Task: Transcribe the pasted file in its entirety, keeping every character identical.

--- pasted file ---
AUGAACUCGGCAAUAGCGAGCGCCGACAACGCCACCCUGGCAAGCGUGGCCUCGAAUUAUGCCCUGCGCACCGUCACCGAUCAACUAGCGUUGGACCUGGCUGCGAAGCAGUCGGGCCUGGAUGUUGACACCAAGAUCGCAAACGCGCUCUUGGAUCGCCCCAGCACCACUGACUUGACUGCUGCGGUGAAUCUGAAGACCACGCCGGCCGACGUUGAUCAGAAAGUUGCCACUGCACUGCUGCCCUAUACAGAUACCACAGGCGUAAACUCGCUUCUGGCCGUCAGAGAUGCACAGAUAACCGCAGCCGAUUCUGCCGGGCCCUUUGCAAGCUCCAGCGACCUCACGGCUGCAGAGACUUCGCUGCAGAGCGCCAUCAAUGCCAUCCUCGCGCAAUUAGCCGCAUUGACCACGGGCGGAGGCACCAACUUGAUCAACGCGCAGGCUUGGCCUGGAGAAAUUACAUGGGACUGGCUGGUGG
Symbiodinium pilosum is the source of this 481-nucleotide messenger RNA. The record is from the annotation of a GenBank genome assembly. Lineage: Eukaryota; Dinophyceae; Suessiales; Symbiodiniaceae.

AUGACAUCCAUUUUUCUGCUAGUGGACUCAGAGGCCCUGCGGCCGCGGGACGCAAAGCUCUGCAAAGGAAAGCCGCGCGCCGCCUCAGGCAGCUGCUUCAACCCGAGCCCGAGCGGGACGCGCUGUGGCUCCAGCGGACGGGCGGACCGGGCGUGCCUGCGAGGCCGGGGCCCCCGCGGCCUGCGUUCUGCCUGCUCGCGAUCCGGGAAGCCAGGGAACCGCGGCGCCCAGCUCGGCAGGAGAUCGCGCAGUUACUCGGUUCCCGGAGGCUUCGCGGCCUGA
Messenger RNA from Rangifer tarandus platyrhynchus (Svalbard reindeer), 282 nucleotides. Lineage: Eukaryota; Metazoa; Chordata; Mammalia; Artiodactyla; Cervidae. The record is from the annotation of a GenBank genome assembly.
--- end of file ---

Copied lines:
AUGAACUCGGCAAUAGCGAGCGCCGACAACGCCACCCUGGCAAGCGUGGCCUCGAAUUAUGCCCUGCGCACCGUCACCGAUCAACUAGCGUUGGACCUGGCUGCGAAGCAGUCGGGCCUGGAUGUUGACACCAAGAUCGCAAACGCGCUCUUGGAUCGCCCCAGCACCACUGACUUGACUGCUGCGGUGAAUCUGAAGACCACGCCGGCCGACGUUGAUCAGAAAGUUGCCACUGCACUGCUGCCCUAUACAGAUACCACAGGCGUAAACUCGCUUCUGGCCGUCAGAGAUGCACAGAUAACCGCAGCCGAUUCUGCCGGGCCCUUUGCAAGCUCCAGCGACCUCACGGCUGCAGAGACUUCGCUGCAGAGCGCCAUCAAUGCCAUCCUCGCGCAAUUAGCCGCAUUGACCACGGGCGGAGGCACCAACUUGAUCAACGCGCAGGCUUGGCCUGGAGAAAUUACAUGGGACUGGCUGGUGG
Symbiodinium pilosum is the source of this 481-nucleotide messenger RNA. The record is from the annotation of a GenBank genome assembly. Lineage: Eukaryota; Dinophyceae; Suessiales; Symbiodiniaceae.

AUGACAUCCAUUUUUCUGCUAGUGGACUCAGAGGCCCUGCGGCCGCGGGACGCAAAGCUCUGCAAAGGAAAGCCGCGCGCCGCCUCAGGCAGCUGCUUCAACCCGAGCCCGAGCGGGACGCGCUGUGGCUCCAGCGGACGGGCGGACCGGGCGUGCCUGCGAGGCCGGGGCCCCCGCGGCCUGCGUUCUGCCUGCUCGCGAUCCGGGAAGCCAGGGAACCGCGGCGCCCAGCUCGGCAGGAGAUCGCGCAGUUACUCGGUUCCCGGAGGCUUCGCGGCCUGA
Messenger RNA from Rangifer tarandus platyrhynchus (Svalbard reindeer), 282 nucleotides. Lineage: Eukaryota; Metazoa; Chordata; Mammalia; Artiodactyla; Cervidae. The record is from the annotation of a GenBank genome assembly.